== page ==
I held Craig and listened to the rain.  We dozed on and off for the rest of the morning – in my snippets of sleep, I dreamed of calamity.  Downed trees, children trapped in their beds by branches, rain pouring in through holes in the roof.  I dreamed of running around the backyard collecting the toys they had left out there.  I woke with a start to the older boys, sitting at the kitchen table, munching on Nutri Grain bars and complaining about the rain.  The dog was whimpering under the coffee table.  Craig was drooling all over my shirt.  All our trees were still standing, looking freshly washed, a fetching deep green in the off-color morning light.

Last night, it was Liam’s turn to have bad dreams.  He insists they were happy dreams about a friendly alligator, but he woke up screaming with terror.  These days I am sleeping upstairs in the guest bedroom/nursery while we get the baby accustomed to the crib, so I heard Liam scream and called out to him.  He crawled into bed with me and Craig – I curled an arm around each of them, soothing and hushing.  We lay like that for an hour, before it was time to get up.  My arm was prickly pins and needles when I finally roused them out of bed.

Just a few more days til I return to work.  I am uncertain how the mornings will go, undecided about when I should wake up.  I used to wake up at 5 to do yoga and get ready before the boys get up at 6.  Now we have added the complication of Craig’s morning feeding. I am considering having the 4am feeding be my daily wakeup time.  Will it be more painful to wake up for the day then, or will it hurt more to go back to sleep at 4:30 and have the alarm go off in just half an hour?  I may skip the yoga for a while, but my body really needs it.  I am all over aches and pains, shoulders, elbows, knees, and oh my lower back, all taking their sweet time getting over the pregnancy.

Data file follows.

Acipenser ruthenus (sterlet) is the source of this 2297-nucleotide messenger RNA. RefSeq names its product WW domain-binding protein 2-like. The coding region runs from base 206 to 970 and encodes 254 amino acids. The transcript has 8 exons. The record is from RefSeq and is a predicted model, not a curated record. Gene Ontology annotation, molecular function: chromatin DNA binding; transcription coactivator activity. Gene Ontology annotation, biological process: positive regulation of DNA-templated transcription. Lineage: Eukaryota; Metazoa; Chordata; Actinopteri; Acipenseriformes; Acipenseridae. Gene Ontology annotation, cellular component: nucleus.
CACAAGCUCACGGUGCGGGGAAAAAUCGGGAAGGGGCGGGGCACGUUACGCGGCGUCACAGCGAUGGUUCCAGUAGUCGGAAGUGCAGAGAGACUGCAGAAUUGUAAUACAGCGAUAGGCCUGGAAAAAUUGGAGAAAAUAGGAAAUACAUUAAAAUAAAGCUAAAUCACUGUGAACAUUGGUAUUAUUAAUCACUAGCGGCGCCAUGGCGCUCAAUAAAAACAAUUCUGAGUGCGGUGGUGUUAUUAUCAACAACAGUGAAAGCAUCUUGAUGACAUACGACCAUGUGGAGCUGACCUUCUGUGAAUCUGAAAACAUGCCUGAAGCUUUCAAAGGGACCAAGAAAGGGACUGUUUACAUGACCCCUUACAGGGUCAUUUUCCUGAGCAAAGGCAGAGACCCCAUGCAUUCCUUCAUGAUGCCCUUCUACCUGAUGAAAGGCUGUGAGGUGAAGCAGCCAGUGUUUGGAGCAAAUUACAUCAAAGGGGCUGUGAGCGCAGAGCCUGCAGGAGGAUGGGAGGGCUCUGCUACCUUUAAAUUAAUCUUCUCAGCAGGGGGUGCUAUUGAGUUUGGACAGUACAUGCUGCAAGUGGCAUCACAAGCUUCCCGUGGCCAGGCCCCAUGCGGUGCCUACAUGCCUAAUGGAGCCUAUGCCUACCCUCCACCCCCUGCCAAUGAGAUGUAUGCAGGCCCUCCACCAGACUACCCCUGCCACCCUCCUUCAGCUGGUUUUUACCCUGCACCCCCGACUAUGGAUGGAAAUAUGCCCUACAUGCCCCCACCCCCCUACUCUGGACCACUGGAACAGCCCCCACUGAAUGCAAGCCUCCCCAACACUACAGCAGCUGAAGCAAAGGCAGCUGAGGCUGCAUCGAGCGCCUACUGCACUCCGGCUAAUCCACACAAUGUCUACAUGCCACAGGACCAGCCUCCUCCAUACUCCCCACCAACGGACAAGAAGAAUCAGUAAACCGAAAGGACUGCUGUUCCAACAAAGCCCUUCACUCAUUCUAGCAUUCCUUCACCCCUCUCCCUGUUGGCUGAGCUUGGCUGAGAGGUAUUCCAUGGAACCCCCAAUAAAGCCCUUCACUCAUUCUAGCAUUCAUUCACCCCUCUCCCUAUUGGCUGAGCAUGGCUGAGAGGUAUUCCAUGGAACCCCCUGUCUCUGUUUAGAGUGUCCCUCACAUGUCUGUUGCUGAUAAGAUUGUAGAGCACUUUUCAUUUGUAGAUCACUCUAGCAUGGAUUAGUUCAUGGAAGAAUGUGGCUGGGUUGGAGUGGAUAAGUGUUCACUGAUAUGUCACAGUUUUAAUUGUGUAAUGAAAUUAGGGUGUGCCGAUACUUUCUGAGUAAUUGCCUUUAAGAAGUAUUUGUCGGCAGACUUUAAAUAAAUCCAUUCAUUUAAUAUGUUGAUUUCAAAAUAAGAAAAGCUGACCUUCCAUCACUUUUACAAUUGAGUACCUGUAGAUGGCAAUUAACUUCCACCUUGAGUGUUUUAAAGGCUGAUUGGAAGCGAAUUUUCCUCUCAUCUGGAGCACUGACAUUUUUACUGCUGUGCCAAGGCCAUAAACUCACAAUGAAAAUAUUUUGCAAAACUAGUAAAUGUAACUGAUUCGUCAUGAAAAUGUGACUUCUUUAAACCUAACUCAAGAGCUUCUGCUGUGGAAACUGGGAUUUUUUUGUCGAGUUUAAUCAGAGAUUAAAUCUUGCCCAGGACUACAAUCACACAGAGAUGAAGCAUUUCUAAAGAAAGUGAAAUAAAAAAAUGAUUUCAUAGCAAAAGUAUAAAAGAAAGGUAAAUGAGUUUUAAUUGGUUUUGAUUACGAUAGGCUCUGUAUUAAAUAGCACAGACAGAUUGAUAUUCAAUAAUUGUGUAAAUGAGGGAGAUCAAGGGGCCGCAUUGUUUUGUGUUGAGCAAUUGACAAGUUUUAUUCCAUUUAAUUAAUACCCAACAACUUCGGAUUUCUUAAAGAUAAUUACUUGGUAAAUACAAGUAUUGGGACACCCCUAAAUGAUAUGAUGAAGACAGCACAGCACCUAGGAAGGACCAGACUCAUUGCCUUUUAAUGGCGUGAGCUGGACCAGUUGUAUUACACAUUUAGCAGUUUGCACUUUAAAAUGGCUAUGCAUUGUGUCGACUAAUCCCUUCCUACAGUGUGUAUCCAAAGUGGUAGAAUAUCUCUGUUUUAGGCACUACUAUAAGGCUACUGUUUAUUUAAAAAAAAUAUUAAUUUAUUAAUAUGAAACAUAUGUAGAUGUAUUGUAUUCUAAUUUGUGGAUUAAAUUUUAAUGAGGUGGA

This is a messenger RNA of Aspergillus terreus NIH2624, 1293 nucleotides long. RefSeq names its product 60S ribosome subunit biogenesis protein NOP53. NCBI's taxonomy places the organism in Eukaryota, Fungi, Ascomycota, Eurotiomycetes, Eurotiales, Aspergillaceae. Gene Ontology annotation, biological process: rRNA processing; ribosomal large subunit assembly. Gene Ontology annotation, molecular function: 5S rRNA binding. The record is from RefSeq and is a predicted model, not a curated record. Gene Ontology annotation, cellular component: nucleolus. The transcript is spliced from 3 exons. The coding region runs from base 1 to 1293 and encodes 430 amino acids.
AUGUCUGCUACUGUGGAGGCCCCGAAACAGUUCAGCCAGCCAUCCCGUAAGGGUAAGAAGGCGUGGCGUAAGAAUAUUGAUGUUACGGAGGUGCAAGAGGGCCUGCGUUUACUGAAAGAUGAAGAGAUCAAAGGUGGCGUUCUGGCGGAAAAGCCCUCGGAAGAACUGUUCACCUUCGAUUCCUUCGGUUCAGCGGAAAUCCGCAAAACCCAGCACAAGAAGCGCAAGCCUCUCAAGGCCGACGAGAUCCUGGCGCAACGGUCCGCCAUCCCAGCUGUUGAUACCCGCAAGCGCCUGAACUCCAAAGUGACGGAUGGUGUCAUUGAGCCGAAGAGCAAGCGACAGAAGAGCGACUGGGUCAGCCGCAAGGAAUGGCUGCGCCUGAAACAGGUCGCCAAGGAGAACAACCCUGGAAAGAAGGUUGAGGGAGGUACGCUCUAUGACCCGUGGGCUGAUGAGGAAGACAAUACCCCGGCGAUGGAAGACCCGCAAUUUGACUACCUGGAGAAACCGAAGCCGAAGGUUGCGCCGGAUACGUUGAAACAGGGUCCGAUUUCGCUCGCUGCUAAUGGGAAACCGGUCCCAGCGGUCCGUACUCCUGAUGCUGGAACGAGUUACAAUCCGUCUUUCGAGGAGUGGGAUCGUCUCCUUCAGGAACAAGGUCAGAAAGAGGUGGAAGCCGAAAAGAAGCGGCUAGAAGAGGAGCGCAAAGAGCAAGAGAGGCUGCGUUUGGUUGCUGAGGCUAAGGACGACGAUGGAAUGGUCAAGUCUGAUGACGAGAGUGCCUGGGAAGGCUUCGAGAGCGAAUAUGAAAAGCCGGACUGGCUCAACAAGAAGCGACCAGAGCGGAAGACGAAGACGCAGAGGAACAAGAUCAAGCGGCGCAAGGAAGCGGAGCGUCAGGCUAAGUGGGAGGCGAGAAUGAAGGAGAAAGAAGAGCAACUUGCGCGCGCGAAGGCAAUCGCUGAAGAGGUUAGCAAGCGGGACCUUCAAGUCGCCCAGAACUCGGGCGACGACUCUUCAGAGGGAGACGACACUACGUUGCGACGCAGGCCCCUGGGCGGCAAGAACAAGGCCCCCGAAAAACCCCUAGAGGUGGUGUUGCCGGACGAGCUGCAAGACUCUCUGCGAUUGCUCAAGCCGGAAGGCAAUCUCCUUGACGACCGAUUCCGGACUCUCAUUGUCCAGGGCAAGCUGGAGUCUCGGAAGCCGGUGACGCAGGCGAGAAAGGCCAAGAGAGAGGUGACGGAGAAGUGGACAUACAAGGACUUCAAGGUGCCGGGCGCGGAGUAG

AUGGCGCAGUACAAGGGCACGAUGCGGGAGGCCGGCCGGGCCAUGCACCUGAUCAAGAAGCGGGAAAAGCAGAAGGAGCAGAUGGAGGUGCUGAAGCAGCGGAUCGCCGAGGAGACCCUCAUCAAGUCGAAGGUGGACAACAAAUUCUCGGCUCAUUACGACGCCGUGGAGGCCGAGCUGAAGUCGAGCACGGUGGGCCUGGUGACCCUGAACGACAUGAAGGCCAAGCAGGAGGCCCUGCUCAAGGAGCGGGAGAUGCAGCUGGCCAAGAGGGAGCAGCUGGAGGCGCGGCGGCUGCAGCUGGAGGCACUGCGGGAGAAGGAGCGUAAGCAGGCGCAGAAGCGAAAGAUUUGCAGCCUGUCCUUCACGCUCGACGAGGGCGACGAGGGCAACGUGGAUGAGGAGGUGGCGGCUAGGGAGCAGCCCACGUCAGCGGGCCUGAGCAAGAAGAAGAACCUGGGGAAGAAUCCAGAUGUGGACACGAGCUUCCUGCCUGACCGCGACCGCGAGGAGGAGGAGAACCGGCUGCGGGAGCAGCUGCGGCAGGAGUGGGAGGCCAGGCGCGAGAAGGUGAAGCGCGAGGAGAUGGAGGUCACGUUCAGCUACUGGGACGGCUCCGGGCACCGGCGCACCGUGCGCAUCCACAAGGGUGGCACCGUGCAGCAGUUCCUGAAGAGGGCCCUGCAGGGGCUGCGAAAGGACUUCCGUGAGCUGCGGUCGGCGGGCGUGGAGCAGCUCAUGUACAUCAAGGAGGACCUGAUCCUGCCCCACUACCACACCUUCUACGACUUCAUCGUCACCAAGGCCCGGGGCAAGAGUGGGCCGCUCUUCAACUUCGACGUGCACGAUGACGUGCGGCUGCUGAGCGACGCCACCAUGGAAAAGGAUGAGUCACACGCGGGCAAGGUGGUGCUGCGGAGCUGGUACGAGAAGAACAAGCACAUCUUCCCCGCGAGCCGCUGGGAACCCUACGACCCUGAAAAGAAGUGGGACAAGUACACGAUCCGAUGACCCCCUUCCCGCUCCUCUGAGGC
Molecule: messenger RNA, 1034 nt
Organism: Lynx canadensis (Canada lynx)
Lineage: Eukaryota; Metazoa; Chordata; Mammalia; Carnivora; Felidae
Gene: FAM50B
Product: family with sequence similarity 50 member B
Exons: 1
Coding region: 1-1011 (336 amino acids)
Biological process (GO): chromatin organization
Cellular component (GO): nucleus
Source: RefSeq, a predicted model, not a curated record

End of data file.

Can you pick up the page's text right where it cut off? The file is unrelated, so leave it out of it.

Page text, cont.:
I’m kind of dreading that first Monday morning back.  I’ll take it easy at first . . . though I’ve gotten half a dozen emails already with anticipatory work – stuff I don’t have to do right now, but which is due within days of my return.  Apparently they cranked up the heat while I was gone, and my fellow associates are gasping for help.

I have things to do before I return, but today I am hiding from them.  I’m cuddling my little baby instead of folding laundry and making freezer meals.  It seems a better use of these precious last few drops of time.

Let’s hope that tonight we all have good sleep, pretty dreams.

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Mothers in the Legal Profession Roundup No. 341

Kate had it this week – and she reveals a new facebook page for the MILPs.  We have entered the area of social media!